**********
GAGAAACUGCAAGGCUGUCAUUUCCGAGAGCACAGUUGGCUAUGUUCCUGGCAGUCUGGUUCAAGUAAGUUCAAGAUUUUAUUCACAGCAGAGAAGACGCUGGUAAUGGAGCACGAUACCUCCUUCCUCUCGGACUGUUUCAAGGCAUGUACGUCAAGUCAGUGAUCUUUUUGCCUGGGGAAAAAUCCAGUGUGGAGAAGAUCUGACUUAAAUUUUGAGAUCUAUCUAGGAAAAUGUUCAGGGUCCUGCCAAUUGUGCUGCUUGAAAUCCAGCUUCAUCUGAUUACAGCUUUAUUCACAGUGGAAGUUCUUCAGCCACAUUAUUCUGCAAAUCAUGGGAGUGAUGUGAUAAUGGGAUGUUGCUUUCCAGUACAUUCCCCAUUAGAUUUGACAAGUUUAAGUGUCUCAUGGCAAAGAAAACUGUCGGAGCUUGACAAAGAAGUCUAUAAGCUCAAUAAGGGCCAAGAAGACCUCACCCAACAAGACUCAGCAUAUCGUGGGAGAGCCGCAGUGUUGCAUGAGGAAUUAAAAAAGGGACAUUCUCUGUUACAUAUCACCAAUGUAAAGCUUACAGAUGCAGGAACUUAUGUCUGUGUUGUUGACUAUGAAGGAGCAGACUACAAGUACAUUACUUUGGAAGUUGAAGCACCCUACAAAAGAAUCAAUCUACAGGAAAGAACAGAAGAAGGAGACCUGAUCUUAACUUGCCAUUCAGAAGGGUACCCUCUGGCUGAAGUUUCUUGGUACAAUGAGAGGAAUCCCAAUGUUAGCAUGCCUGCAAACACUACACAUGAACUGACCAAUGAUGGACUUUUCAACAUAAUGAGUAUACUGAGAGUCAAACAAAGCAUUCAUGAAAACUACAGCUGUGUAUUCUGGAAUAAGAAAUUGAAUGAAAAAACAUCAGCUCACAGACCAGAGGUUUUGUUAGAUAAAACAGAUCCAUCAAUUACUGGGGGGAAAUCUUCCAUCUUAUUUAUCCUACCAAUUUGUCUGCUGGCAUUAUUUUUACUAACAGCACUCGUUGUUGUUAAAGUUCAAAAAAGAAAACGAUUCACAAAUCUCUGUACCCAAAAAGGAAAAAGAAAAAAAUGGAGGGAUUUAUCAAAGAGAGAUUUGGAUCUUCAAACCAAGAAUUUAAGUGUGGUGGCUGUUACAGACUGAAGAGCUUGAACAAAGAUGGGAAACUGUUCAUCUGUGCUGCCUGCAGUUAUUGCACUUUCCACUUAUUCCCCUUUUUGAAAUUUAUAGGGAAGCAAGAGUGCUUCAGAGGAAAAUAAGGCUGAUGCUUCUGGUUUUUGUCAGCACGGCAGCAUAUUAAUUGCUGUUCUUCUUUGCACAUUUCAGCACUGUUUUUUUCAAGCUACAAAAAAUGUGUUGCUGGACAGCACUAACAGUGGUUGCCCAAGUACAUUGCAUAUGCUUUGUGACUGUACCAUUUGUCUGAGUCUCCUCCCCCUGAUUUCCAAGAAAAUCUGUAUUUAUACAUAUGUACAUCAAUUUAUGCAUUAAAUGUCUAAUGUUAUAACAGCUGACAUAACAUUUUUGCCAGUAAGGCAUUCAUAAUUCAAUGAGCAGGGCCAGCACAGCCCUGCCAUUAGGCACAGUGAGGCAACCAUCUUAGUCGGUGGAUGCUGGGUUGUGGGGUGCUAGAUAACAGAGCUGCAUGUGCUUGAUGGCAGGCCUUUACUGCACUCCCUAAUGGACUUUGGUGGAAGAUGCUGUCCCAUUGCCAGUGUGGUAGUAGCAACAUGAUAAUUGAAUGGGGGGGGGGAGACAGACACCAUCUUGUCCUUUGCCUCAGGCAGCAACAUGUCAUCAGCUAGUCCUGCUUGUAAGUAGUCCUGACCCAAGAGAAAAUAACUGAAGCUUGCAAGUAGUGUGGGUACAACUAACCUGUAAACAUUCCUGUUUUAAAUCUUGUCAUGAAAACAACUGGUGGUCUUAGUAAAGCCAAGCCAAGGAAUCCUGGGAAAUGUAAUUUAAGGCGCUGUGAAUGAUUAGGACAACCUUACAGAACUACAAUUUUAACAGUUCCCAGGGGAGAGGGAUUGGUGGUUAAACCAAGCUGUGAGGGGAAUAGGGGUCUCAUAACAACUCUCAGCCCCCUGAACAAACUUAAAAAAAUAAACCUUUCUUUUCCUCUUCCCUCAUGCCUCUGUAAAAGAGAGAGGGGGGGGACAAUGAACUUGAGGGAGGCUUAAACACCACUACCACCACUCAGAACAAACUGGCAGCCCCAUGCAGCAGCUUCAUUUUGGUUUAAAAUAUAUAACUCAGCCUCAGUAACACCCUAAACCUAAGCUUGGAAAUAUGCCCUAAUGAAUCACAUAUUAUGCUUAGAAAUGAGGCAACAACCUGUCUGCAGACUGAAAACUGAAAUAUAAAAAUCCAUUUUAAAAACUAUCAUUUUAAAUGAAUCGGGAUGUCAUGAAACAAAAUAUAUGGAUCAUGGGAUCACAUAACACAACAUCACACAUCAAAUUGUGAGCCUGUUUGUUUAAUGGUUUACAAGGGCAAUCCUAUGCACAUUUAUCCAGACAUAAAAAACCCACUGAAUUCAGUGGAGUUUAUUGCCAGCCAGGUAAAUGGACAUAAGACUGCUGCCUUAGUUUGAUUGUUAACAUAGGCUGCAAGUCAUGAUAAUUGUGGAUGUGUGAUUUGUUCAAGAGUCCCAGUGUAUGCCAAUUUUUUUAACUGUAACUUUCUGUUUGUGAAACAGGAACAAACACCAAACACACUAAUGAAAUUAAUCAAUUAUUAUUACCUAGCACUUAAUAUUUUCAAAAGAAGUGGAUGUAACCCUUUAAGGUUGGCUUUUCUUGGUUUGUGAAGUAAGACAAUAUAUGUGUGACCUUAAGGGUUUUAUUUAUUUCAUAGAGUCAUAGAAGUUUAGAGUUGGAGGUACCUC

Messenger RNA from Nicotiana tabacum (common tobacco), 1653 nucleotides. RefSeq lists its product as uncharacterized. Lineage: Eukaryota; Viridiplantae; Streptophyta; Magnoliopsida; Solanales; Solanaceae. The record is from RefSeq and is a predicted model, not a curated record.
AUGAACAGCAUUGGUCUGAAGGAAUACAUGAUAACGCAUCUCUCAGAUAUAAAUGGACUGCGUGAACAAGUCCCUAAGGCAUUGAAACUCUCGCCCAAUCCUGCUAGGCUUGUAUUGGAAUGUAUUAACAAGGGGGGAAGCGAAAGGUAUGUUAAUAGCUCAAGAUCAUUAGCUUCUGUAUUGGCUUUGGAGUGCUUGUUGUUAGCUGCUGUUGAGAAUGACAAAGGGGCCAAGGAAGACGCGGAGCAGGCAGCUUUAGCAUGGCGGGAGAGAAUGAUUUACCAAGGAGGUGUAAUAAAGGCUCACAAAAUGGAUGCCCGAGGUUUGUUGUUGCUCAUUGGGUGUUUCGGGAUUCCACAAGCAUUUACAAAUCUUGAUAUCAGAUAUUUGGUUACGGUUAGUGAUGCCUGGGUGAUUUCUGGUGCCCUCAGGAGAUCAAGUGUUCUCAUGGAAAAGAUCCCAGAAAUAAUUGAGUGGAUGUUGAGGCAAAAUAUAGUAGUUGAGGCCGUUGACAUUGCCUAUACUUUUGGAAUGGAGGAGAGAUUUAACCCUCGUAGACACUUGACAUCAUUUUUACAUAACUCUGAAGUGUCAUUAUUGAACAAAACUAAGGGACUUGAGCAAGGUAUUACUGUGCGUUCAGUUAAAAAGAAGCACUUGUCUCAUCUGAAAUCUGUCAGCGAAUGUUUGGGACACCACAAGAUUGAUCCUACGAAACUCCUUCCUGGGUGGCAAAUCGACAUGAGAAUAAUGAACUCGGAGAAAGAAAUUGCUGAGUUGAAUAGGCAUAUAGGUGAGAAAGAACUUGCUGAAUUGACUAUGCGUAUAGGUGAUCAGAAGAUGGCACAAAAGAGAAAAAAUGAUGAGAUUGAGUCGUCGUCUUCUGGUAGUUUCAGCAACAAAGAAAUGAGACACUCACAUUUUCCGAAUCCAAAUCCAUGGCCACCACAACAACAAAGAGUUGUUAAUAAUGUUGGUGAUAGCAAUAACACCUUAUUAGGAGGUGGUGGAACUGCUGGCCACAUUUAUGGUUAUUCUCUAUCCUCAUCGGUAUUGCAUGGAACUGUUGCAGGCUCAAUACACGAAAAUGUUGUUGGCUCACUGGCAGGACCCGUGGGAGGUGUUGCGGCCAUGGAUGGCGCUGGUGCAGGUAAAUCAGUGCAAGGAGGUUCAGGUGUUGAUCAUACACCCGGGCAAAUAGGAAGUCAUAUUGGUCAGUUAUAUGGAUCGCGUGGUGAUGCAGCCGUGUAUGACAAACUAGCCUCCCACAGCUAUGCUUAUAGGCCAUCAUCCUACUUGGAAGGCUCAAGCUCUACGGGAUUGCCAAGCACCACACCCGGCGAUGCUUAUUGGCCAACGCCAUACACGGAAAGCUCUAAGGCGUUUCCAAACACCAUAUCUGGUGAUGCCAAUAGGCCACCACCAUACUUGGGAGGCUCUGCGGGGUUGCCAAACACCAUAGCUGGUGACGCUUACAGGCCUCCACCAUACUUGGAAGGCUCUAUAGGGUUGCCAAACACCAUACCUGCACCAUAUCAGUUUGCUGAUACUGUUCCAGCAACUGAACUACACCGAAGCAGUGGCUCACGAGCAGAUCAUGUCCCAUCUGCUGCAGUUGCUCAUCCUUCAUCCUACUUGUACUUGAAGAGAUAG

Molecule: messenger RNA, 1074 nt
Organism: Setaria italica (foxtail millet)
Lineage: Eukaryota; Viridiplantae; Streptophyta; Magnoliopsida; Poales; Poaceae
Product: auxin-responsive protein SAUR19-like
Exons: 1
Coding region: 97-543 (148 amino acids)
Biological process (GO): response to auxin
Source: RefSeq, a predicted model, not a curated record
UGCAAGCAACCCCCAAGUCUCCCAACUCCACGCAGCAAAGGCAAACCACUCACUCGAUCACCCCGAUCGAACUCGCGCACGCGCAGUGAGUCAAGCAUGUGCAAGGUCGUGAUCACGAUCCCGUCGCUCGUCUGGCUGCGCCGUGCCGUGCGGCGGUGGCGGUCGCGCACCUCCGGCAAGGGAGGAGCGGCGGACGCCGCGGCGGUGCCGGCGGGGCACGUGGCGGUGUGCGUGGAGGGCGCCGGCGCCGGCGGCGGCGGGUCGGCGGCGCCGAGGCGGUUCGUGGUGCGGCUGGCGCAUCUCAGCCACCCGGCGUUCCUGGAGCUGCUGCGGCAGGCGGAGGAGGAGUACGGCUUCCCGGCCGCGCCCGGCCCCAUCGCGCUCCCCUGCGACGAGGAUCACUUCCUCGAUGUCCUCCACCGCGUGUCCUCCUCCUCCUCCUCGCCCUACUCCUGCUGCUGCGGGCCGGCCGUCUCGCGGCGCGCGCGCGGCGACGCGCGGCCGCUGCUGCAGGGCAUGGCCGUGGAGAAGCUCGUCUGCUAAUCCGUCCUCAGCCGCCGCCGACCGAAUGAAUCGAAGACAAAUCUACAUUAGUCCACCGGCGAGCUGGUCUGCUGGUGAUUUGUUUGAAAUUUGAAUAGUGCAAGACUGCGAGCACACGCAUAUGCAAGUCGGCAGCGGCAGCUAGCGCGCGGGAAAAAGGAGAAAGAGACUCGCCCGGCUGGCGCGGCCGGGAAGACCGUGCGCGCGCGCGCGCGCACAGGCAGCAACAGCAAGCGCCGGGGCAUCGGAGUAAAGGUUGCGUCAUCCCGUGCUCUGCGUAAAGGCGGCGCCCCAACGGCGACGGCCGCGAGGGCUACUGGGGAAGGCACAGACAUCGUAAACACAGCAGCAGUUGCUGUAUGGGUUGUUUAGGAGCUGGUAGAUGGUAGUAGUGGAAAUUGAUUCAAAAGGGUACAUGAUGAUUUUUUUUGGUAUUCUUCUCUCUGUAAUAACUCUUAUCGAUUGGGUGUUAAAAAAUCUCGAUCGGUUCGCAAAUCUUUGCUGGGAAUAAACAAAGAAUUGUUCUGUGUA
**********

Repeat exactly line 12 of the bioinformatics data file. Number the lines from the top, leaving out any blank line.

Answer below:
UGCAAGCAACCCCCAAGUCUCCCAACUCCACGCAGCAAAGGCAAACCACUCACUCGAUCACCCCGAUCGAACUCGCGCACGCGCAGUGAGUCAAGCAUGUGCAAGGUCGUGAUCACGAUCCCGUCGCUCGUCUGGCUGCGCCGUGCCGUGCGGCGGUGGCGGUCGCGCACCUCCGGCAAGGGAGGAGCGGCGGACGCCGCGGCGGUGCCGGCGGGGCACGUGGCGGUGUGCGUGGAGGGCGCCGGCGCCGGCGGCGGCGGGUCGGCGGCGCCGAGGCGGUUCGUGGUGCGGCUGGCGCAUCUCAGCCACCCGGCGUUCCUGGAGCUGCUGCGGCAGGCGGAGGAGGAGUACGGCUUCCCGGCCGCGCCCGGCCCCAUCGCGCUCCCCUGCGACGAGGAUCACUUCCUCGAUGUCCUCCACCGCGUGUCCUCCUCCUCCUCCUCGCCCUACUCCUGCUGCUGCGGGCCGGCCGUCUCGCGGCGCGCGCGCGGCGACGCGCGGCCGCUGCUGCAGGGCAUGGCCGUGGAGAAGCUCGUCUGCUAAUCCGUCCUCAGCCGCCGCCGACCGAAUGAAUCGAAGACAAAUCUACAUUAGUCCACCGGCGAGCUGGUCUGCUGGUGAUUUGUUUGAAAUUUGAAUAGUGCAAGACUGCGAGCACACGCAUAUGCAAGUCGGCAGCGGCAGCUAGCGCGCGGGAAAAAGGAGAAAGAGACUCGCCCGGCUGGCGCGGCCGGGAAGACCGUGCGCGCGCGCGCGCGCACAGGCAGCAACAGCAAGCGCCGGGGCAUCGGAGUAAAGGUUGCGUCAUCCCGUGCUCUGCGUAAAGGCGGCGCCCCAACGGCGACGGCCGCGAGGGCUACUGGGGAAGGCACAGACAUCGUAAACACAGCAGCAGUUGCUGUAUGGGUUGUUUAGGAGCUGGUAGAUGGUAGUAGUGGAAAUUGAUUCAAAAGGGUACAUGAUGAUUUUUUUUGGUAUUCUUCUCUCUGUAAUAACUCUUAUCGAUUGGGUGUUAAAAAAUCUCGAUCGGUUCGCAAAUCUUUGCUGGGAAUAAACAAAGAAUUGUUCUGUGUA